Like Beethoven, Brahms was fond of nature and often went walking in the
woods around Vienna. He often brought penny candy with him to hand out to
children. To adults Brahms was often brusque and sarcastic, and he sometimes
alienated other people. His pupil Gustav Jenner wrote, "Brahms has acquired,
not without reason, the reputation for being a grump, even though few could
also be as lovable as he." He also had predictable habits which were noted
by the Viennese press such as his daily visit to his favourite 'Red
Hedgehog' tavern in Vienna and the press also particularly took into account
his style of walking with his hands firmly behind his back complete with a
caricature of him in this pose walking alongside a red hedgehog. Those who
remained his friends were very loyal to him, however and he reciprocated in
return with equal loyalty and generosity. He was a lifelong friend with
Johann Strauss II though they were very different as composers. Brahms even
struggled to get to the Theater an der Wien in Vienna for Strauss' premiere
of the operetta Die Göttin der Vernunft in 1897 before his death. Perhaps
the greatest tribute that Brahms could pay to Strauss was his remark that he
would have given anything to have written The Blue Danube waltz. An
anecdote dating around the time Brahms became acquainted with Strauss is
that the former cheekily inscribed the words 'alas, not by Brahms!' on the
autograph score of the famous 'Blue Danube' waltz.
Starting in the 1860's, when his works sold widely, Brahms was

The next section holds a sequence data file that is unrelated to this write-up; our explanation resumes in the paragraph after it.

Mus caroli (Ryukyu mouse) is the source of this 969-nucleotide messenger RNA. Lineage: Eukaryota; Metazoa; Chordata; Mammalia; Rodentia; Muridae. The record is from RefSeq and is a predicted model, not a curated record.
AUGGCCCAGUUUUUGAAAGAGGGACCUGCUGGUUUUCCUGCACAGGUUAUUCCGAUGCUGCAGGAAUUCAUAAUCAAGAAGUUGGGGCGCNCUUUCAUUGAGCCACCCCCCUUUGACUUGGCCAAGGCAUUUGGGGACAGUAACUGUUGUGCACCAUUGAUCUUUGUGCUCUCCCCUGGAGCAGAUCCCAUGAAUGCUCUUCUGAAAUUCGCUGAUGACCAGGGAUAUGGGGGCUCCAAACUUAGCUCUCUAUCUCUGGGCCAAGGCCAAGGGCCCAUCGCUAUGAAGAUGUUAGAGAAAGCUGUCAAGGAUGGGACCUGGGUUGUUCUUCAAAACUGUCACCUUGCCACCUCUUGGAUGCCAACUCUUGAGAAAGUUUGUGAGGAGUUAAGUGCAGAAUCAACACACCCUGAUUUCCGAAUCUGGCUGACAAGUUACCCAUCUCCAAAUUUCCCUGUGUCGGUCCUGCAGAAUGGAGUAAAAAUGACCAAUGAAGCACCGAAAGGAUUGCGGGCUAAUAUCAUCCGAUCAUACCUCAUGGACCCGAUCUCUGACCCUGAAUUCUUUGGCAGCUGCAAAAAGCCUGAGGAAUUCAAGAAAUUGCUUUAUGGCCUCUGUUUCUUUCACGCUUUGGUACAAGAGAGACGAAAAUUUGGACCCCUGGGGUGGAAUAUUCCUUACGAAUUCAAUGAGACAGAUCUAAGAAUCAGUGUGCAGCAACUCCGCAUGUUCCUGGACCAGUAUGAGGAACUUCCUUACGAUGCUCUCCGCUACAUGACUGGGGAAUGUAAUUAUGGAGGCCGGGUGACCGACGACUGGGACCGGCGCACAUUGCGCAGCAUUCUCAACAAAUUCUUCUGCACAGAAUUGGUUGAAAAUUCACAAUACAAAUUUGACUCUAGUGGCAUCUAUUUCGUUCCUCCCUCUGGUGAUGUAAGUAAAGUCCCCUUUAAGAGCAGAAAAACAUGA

financially quite successful. He preferred a modest life style, however,
living in a simple three-room apartment with a housekeeper. He gave away
much of his money to relatives, and also anonymously helped support a number
of young musicians.
Brahms was an extreme perfectionist. For instance, it is thought that the
symphony we know as the First may not have been the first he composed, since
Brahms very often destroyed completed works that failed to meet his standard
of quality. Another factor that contributed to Brahms's perfectionism was
that Schumann had announced early on that Brahms was to become the next
great composer like Beethoven, a prediction that Brahms was determined to
live up to. This prediction hardly added to the composer's self-confidence,
and may also have contributed to the delay in producing the First Symphony.
However, Clara Schumann noted before that Brahms' First Symphony was a
product that was not reflective of Brahms' real nature as she felt that the
final exuberant movement was 'too brilliant' as she was encouraged by the
dark and tempestuous opening movement when Brahms first sent to her the
initial draft. However, she recanted in accepting his sunny Second Symphony
and was a lifelong supporter of that famous work in D major, one of Brahms'
rare key usage.